From Spain with love
Tapas, tapas everywhere – excessive, don’t you think? Seems to me that every Tom, Vik, and Hari thinks he can plop down a minuscule amount of food on a teeny tiny plate and charge a premium for it by calling “tapas”. Was that what El Tablao, this new, supposedly Spanish restaurant in Koramangala, was going to be about?
Thankfully not. In my opinion, there are very few restaurant owners or chefs in this city who understand what tapas are supposed to be – you can count them on the fingers of one hand, even if a couple of your fingers have been amputated. To that very short list, I am happy to be able to add new kid on the block Sachin Nair of El Tablao.
Naati Manae's rustic theme
Once in a way, a dining experience makes an impression. If you are well-traveled and eat out more often than not, that kind of experience becomes especially elusive. That’s why I am happy to report that I recently discovered an experience of that sort – pretty much on my own doorstep. It’s called Naati Manae (naati = rustic/country-style; manae = house), serves only typical Karnataka cuisine, and (this was a surprise) as of now, only non-vegetarian dishes. K. Girish and B. Ravi Shankar, Koramangala-based friends and real estate developers, got so tired of having to schlep off to Cubbonpet or Malleswaram every time they needed a fix of honest-to-goodness local oota (meal) that they decided to go the DIY route. The result is an unpretentious little eatery that dishes out specialties like raagi mudde (raagi = finger millet; mudde = balls), donne biriyani (biriyani served in a cup made of dry leaves), naati koli saaru (naati koli = free range chicken; saaru = a thin, soupy curry), and more. Disclaimer: In a break with my standard policy, I have only dined at this restaurant ONCE. It was good enough to share.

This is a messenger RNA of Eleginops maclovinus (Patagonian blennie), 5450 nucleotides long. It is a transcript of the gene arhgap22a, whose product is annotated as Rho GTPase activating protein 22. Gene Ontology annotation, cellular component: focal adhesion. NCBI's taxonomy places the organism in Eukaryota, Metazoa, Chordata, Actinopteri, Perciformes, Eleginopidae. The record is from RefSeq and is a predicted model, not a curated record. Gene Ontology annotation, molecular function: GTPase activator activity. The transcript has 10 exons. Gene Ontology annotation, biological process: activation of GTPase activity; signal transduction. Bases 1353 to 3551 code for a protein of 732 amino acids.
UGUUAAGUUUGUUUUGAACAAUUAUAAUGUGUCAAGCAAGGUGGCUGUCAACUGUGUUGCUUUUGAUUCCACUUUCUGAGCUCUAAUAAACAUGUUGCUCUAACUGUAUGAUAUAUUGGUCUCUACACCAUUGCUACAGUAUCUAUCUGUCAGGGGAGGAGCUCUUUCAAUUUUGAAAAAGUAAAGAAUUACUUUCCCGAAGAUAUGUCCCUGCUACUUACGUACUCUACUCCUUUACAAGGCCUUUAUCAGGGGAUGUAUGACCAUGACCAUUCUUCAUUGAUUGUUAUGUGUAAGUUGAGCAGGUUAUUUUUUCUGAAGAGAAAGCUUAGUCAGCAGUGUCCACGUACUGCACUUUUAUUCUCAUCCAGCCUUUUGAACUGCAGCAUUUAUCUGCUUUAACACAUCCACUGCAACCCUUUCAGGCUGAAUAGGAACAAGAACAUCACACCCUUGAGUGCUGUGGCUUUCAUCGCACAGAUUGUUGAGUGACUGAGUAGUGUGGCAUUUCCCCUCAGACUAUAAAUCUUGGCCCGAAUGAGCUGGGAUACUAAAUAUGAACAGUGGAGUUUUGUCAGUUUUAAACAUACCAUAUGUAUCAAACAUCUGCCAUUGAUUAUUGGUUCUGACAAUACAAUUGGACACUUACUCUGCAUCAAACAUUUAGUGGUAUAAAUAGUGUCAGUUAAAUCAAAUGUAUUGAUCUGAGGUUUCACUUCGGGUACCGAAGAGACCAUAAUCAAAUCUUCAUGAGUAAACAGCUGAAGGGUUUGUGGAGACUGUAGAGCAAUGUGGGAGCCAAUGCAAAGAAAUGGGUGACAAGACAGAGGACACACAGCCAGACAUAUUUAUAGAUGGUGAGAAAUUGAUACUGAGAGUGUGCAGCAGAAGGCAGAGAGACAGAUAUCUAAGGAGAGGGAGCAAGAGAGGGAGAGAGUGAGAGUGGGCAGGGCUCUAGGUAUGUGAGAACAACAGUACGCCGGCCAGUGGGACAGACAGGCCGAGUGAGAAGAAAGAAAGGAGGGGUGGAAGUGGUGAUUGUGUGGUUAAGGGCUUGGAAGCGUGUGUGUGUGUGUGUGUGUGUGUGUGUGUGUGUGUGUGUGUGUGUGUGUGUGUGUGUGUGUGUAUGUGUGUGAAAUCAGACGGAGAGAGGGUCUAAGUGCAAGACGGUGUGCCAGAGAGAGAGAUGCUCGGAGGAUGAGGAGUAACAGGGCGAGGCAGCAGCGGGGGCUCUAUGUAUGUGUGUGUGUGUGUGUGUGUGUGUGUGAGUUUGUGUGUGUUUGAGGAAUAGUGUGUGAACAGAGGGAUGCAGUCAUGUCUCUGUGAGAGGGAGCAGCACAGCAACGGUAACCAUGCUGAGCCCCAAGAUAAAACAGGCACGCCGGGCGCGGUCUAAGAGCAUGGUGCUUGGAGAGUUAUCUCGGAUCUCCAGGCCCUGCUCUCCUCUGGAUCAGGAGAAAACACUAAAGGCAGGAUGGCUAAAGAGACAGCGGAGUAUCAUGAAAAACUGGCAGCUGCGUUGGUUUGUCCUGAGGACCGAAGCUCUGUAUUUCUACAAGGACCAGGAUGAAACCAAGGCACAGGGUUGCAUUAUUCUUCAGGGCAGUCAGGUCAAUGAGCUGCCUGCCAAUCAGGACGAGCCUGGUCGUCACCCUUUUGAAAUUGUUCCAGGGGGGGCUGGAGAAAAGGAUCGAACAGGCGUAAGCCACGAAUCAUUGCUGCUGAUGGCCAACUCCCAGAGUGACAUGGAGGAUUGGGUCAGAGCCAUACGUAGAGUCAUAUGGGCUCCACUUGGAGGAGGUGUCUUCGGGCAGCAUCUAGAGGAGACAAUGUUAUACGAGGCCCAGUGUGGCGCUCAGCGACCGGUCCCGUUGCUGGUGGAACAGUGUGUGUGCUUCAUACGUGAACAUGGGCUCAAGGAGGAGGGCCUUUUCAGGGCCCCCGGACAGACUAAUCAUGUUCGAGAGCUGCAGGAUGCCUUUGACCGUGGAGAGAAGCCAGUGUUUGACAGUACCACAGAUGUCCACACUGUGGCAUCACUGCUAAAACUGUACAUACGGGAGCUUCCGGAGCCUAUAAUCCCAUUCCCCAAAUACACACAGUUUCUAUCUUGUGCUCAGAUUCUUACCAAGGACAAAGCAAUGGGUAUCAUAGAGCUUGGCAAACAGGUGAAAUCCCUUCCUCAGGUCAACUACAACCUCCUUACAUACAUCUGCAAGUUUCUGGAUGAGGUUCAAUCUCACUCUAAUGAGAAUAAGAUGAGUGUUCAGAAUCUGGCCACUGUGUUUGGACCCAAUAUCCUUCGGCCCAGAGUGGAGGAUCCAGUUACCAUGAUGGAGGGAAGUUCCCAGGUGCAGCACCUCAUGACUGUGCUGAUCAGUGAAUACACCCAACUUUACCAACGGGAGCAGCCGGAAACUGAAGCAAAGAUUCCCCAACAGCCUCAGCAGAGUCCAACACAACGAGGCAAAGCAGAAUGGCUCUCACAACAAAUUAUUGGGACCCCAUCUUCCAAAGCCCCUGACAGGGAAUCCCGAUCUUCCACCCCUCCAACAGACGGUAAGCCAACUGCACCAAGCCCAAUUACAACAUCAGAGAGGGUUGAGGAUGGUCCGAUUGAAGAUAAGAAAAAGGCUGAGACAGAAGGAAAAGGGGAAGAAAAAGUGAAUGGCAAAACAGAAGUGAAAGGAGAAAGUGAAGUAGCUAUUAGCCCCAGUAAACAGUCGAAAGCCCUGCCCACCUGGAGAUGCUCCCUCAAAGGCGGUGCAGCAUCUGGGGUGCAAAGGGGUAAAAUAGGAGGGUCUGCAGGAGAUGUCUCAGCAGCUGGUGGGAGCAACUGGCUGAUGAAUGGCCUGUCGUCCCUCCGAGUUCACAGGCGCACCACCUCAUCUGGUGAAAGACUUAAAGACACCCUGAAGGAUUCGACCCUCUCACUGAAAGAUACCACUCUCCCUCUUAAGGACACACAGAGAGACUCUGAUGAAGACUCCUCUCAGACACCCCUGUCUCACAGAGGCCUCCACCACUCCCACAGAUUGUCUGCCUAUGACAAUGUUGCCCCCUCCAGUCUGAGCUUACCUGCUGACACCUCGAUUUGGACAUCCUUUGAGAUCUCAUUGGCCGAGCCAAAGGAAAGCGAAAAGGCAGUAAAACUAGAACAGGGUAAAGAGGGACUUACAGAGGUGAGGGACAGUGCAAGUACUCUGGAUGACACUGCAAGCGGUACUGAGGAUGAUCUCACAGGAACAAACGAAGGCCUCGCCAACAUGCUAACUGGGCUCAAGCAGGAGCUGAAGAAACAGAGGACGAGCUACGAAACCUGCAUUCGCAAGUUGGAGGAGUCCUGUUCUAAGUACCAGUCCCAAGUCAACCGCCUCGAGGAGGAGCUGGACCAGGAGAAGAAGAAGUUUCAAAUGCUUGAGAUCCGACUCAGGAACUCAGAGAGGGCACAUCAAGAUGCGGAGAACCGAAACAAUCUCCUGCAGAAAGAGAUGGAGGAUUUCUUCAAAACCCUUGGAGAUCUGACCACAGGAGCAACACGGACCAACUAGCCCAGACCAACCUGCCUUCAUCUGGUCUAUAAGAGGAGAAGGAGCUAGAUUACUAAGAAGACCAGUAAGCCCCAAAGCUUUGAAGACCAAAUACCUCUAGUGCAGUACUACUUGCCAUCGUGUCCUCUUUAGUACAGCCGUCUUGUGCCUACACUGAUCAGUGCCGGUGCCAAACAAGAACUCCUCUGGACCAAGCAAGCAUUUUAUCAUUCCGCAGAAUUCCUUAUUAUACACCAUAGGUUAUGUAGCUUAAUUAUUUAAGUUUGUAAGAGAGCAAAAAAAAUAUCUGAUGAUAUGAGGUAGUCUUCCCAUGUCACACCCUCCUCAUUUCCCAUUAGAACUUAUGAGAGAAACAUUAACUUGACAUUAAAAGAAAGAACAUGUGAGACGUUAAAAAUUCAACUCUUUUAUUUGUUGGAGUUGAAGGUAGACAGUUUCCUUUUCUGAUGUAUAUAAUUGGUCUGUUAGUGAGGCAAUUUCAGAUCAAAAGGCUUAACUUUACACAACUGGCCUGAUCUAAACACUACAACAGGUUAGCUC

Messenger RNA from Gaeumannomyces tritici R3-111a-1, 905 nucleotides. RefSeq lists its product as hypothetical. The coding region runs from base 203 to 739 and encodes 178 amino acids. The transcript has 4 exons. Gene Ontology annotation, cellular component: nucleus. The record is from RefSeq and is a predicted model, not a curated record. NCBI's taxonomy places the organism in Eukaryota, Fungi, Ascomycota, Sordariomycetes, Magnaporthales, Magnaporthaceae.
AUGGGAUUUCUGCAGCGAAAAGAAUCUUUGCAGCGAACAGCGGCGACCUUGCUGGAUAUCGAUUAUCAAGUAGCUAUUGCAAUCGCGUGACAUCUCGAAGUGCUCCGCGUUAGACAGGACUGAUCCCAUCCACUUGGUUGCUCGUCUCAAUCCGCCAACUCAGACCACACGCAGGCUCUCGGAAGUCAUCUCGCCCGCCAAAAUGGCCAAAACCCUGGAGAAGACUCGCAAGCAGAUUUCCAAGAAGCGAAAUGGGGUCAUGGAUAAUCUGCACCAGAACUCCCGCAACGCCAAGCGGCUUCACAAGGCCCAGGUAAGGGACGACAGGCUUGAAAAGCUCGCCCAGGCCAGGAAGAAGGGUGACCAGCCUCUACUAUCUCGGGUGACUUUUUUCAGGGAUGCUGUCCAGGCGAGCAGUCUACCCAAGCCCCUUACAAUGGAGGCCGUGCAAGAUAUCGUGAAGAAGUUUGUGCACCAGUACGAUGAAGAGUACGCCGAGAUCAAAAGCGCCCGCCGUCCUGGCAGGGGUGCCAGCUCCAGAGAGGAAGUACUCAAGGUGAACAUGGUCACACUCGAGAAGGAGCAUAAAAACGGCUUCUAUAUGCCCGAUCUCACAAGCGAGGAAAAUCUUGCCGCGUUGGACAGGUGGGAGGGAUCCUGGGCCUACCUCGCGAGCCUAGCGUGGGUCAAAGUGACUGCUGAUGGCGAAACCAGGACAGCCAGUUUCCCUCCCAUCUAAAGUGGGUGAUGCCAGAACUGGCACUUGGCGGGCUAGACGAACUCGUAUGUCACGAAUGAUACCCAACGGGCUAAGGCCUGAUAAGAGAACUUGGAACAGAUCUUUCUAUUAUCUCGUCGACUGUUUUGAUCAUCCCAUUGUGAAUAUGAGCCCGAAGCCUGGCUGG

Lucknow's Chowk area: unbridled chaos
The esrtwhile Kingdom of Avadh (or Lucknow, as it is now called), boasts a rich cultural history. The Nawabs, Muslim noblemen who governed the province for the Mughal rulers, were connoisseurs of the arts. Avadh’s history is replete with poetry, literature, art, music… and, of course, good food. In acknowledgement of its opulent past, Lucknow is known as The City of Nawabs. Thanks to its culinary legacy, however, I have come to think of it as The City of Nawabs and Kebabs. And no kababi in Lucknow is more beloved than Tunday Kababi, located amidst the chaos of Chowk, the walled Old City.
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Gavin struts his stuff
I enjoy “Indian Chinese” food. I even enjoy “American Chinese” food. That said, I have often wondered what the good people of China think of perversions like “Gobi Manchurian” and “General Tso’s Chicken”. A random tweet, from Gautam John of Pratham Books, bemoaning the lack of authentic Chinese food in Bangalore, sparked an idea.
Gavin Mak, who belongs to one of Bangalore’s oldest ethnic Chinese families, has been catering at our home for years. While Mak Hospitality, his catering company, dishes out some very good Indian, kinda-European, and desi-Chinese cuisine, Gavin never serves authentic Chinese food, because he believes that “no one will eat or appreciate it”. I made a deal with Gavin: If I could find 10 people who would enjoy the “bland” flavors of true Cantonese cuisine, he would have to come and cook it himself.